Game: The Undying Lands: Minigame issue #4
Publisher: Valent Games
Series: The Undying Lands
Review Dated: 26th, March 2005
Reviewer’s Rating: 6/10 [ On the ball ]
Total Score: 16
Average Score: 8.00
“Most of us today know that the “fairy tales” we were told as children are watered-down, G-rated versions of the originals. Stories of fairies granting wishes, doing our housework, or replacing teeth with coins are modern sugar-coated versions. In the original stories, the witch eats Hansel and Gretl. These stories weren’t told to children to amuse them; they were told to terrify them and teach harsh lessons. Even children smart enough to leave a trail disappear if they wander into the woods.
The question is, where do they go?”
Why waste effort in writing an introduction for Valent Game’s The Undying Lands minigame when this stand alone RPG does so well for itself.
Weirdly there’s a disclaimer near the start of the PDF which says that “some things had to go” in order to meet the deadline. The deadline? As an evil consumer I don’t care about the pressures of writing the game. I care about the final product. If I’d been told that the RPG didn’t include basic foo because it is aimed at an experienced level of gamer then I wouldn’t have looked twice. The Undying Lands is aimed at experienced gamers.
In fact, rather than faeries it was the D&D cartoon which sprang to mind as I read through The Undying Lands. A group of teenagers go on the spooky ride and when they come out they’re in The Undying Lands rather than safely at the end of the ride. They might even befriend an annoying unicorn.
Befriending an annoying unicorn is one possible turn of events in The Undying Lands and it seems to be as likely as any other. There’s a distinct lack of direction in this RPG and it is somewhat frustrating. I’ve no grasp at all of the mood or flavour of the game. The introduction suggests we’re going for the dark, sinister and gritty but there’s no follow through. There’s a geographical tour of The Undying Lands which mentions Oberon’s and Titania’s Castle. There’s a City. There’s a Sapphire Ocean, Lands of the Sunset, an Ancient Forest and other strange places. It all seems empty. Right near the start The Undying Lands there’s a list of inspiration and a strong homage to The War of the Flowers by Tad Williams. I suspect the theme and flavour required to fully comprehend Valent Games’ first full RPG is locked up in that 700 paged book. Other inspiration includes the like of White Wolf’s Changeling: the Dreaming and Gaimain’s Neverwhere.
I think it’s fair to say that if you have a fairy tale adventure in mind then The Undying Lands seems like as good as any. The Undying Lands has advantages over other fae RPGs – such as a $6 price tag and an original mechanical system.
The rule mechanics are different. For a start characters have a sequence of numbers for attributes and skills rather than just one. A character wouldn’t have Fitness 5 in The Undying Lands as they’re more likely to have a Fitness of 2-5 (so I suppose it’s possible to have a sequence of just one number). The player rolls 3d10 and matches the values rolled to the numbers in the sequence. The highest match on the d10 indicates the quality of the success and the number of matches suggests the margin.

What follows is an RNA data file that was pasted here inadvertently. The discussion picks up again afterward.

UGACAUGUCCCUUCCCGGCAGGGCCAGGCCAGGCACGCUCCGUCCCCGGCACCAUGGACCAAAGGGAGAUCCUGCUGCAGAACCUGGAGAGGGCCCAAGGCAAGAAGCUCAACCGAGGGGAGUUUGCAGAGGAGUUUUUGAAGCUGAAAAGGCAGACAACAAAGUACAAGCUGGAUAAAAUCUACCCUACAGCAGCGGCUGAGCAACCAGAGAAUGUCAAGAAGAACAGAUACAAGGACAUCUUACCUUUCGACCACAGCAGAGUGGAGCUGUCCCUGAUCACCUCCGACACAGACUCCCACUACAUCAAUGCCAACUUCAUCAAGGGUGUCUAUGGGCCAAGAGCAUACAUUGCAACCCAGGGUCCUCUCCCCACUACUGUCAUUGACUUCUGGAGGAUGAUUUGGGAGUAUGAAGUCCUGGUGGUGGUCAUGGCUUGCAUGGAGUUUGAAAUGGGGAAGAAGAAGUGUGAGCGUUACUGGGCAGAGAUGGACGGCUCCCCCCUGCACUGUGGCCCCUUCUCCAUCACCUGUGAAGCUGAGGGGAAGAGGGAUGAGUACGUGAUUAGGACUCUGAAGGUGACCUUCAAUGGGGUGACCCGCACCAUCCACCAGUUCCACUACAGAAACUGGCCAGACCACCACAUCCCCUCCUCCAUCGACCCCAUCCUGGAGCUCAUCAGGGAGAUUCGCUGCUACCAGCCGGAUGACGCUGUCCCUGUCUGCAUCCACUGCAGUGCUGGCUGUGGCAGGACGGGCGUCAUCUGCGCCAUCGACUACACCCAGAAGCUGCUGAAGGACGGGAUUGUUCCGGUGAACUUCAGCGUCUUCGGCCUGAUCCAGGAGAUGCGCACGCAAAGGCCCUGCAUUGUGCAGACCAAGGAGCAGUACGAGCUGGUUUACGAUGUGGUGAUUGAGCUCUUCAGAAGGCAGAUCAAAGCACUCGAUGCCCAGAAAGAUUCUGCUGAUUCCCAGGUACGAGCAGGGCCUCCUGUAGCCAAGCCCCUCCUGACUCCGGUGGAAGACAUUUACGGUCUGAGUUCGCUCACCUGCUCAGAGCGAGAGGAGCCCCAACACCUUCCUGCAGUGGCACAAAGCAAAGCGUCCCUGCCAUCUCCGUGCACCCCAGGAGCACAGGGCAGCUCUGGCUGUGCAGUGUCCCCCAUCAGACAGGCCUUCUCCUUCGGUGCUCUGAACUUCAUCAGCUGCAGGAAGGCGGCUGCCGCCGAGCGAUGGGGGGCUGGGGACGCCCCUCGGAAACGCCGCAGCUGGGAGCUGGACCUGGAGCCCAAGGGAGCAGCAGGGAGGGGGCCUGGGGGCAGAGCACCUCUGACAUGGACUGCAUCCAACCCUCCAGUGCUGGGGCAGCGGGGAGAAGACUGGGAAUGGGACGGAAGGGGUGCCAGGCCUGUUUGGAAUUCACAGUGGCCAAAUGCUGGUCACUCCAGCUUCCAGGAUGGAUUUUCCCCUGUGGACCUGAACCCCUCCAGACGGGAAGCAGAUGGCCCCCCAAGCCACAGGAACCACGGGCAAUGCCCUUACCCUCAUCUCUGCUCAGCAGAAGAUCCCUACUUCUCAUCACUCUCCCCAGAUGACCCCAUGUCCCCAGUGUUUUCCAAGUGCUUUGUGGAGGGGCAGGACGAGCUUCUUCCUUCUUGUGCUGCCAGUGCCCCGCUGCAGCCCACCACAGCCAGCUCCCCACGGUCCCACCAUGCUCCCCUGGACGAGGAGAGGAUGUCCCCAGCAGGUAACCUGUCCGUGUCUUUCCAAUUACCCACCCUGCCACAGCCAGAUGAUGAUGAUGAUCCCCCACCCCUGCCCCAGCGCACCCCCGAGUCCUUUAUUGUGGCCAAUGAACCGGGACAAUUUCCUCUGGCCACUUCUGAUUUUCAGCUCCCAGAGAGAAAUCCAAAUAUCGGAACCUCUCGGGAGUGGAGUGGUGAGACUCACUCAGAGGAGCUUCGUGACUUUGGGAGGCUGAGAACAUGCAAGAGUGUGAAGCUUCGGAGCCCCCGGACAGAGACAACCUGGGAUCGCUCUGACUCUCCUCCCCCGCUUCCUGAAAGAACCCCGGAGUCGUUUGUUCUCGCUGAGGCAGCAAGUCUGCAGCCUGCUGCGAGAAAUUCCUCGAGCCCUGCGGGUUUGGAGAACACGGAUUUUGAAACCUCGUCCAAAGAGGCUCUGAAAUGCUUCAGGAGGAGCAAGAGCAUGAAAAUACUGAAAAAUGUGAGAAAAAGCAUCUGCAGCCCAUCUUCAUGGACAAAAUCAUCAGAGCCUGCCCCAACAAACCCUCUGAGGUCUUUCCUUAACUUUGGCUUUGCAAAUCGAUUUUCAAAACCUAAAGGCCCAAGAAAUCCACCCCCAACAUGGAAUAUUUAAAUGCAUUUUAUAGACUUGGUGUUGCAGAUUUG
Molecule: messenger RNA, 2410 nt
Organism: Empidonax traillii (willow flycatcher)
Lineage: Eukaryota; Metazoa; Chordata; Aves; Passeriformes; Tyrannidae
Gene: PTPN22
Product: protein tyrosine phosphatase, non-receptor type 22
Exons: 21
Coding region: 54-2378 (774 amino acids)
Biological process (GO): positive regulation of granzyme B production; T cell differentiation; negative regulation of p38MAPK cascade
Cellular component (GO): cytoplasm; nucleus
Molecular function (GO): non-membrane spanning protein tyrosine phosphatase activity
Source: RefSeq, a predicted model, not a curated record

Here’s The Undying Land’s own example; “Anya is attempting to deal with a particularly annoying and exasperating court. This is a Persistence & Etiquette roll. She has the Persistence attributed rated 1-5 and the Etiquette skill rated 3-6. Rolling 3d10 gives 6, 3, and 5. She has five matches for this roll and a quality of 6 (two matches for the 3, two matches for the 5, and one for the 6). This indicates that she will be successful when dealing with the court, and that it will be very difficult for others to undo her work.”
There are some other rather nice mechanical innovations in The Undying Land too. Combat, for example, works well. Combat begins in one of five stances and the actions you can take in that round depend on your stance. You can change your stance in your turn. The stances are: Aggressive, Opportunistic, Defensive, Flashy and Intimidating.
Similarly there are five different types of magic: illusion, compulsion, blessings and curses, and high ritual. Magic also has a novel feature to it – it always works. If the mage fails their spell roll then the magic simply finds fuel for itself by feeding off the caster’s Fitness.
The Undying Lands offers stats for numerous different types of fairies in a section before the bestiary but the game suits scenarios where humans are the main characters. In fact, The Undying Lands makes a point of talking about the PCs as the main characters and I think this is an important point to make. It does not matter if your character is average in strength and intelligence and that the NPCs she meets are wise, mysterious and powerful; the key point is that the characters are the central focus. GMs shouldn’t grandstand though their NPCs (if you’ll allow me to preach) and if you suspect you might sometimes fall foul of this then you should be twice as careful running The Undying Lands.
I like The Undying Lands’ system. It’s a game that feels as if it ought to be used but I just can’t quite get a grip on it. There are plot hook suggestions but these are in the form of “people to see” and “places to visit” rather than flavour enhancers or scene setters. These plot hooks don’t really seem to carry on with the sinister tones in the prelude. I like The Undying Lands and what’s frustrating is that I sense I could like it a lot more. Something’s missing and I think it’s the setting.